ASAP is tracking and responding to DOE action on a wide range of products and issues. Below are a sampling of what we've been responding to:
Improved consumer water heater standards based upon heat pump technology offer the largest potential savings of any pending DOE rulemaking. Water heaters also can figure prominently in plans for scaling up renewables in electricity generation, since grid-flexible water heaters can be charged up with hot water when power is cheap and clean. In comments responding to the initiation of the standards and test procedure dockets, we urged DOE to fully account for the range of heat pump technologies for both electric and gas-fired products, and to allow for data collection that will help predict heat pump performance in different climates. One challenge is that water heater standards have proven to be especially leaky since buyers’ need for hot water can be met by any number of product options. By reducing the number of product classes, DOE can prevent standards circumvention, making sure that future standards, test procedures and related efforts help drive the market toward super-efficient, grid-flexible products.
Improved and expanded standards for electric motors are also among the largest savings opportunities for future DOE standards. The European Union has already adopted standards at “IE 4” levels, which reduce motor losses by about 15% compared to current US standards. Expanding motor standards to cover a broader range of technologies, types, and horsepower ratings could add even larger energy savings. An improved motor test procedure would incorporate multiple load points representative of typical motor applications and capture the benefits of speed control, which can significantly boost energy savings. We made these and other recommendations in comments responding to DOE’s initiation of the motors standards and test procedures dockets.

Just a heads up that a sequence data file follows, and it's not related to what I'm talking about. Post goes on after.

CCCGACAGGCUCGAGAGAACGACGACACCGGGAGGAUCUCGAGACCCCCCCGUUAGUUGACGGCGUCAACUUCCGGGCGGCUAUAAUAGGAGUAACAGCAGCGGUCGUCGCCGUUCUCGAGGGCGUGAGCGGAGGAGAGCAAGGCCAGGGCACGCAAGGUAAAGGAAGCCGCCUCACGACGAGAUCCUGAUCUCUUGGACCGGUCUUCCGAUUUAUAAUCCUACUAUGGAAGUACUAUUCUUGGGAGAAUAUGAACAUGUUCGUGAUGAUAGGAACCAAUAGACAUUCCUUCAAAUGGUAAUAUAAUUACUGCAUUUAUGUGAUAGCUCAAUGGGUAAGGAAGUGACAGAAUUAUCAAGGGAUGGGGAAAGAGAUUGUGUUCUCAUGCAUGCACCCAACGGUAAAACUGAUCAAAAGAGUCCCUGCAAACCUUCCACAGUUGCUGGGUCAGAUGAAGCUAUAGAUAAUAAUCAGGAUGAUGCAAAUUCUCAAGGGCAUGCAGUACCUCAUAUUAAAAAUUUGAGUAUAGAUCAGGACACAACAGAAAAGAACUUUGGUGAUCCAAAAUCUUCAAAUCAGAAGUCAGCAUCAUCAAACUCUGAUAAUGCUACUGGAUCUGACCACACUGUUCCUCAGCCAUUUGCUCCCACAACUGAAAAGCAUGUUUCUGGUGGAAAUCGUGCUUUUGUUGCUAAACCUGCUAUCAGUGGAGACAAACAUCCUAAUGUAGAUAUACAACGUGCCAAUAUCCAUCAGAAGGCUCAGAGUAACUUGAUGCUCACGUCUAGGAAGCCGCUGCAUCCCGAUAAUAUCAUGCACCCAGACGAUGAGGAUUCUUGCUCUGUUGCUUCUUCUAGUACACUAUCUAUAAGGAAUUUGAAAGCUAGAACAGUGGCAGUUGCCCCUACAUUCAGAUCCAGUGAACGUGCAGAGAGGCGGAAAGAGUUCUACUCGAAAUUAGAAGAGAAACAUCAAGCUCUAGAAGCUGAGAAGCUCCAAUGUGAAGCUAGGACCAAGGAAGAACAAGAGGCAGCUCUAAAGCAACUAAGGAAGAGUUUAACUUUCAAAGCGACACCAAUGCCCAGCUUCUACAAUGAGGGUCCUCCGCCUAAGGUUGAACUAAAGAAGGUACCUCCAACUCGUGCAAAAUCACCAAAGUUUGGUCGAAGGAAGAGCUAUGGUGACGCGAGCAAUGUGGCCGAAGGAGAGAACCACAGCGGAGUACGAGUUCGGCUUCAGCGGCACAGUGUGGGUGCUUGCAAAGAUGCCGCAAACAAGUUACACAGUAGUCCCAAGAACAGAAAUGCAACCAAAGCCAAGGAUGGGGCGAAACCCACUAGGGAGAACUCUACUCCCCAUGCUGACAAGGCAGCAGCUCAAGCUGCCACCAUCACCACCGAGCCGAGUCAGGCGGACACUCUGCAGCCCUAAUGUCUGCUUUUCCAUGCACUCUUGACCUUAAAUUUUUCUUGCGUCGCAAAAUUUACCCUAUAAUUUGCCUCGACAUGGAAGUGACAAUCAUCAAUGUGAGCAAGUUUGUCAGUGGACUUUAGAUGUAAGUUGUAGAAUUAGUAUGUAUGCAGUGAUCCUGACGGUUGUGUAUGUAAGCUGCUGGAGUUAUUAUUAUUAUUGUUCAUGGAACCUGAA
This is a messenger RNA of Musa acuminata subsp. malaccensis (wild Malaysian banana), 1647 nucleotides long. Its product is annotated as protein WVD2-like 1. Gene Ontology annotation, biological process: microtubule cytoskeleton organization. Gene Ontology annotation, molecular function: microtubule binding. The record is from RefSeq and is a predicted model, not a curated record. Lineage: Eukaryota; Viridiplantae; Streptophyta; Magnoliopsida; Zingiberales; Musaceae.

Refrigerators and Freezers
DOE has initiated a process to consider amended standards for refrigerators and freezers. As we described in our comments on the request for information (RFI), there are a range of technologies that could provide significant additional savings including variable-speed compressors, vacuum insulated panels (VIPs), and alternative refrigerants. As of 2018, 46% and 37% of refrigerators and freezers, respectively, met the ENERGY STAR levels, which represent energy savings of 10% relative to the minimum standards. We also encouraged DOE in comments on a test procedures proposal to consider adopting an IEC test procedure (IEC 62552:2015). The IEC test procedure provides more representative test conditions than the current DOE test procedure, and may also better capture the energy-saving benefits of new technologies such as variable-speed compressors.
In an RFI on clothes washer test procedures, DOE identified a range of issues that suggest that the current test procedure for clothes washers is not representative of actual usage. Most importantly, the test procedure is likely significantly underestimating drying energy for many clothes washers by not providing a representative measurement of remaining moisture content (RMC). DOE also found that more washers are offering cycle modifiers such as “deep fill” and “extra rinse,” but the energy and water use of these features is not being captured in the test procedure. In our comments on the RFI, we also encouraged DOE to consider alternative efficiency metrics as a potential approach to eliminating the current bias towards large-capacity washers.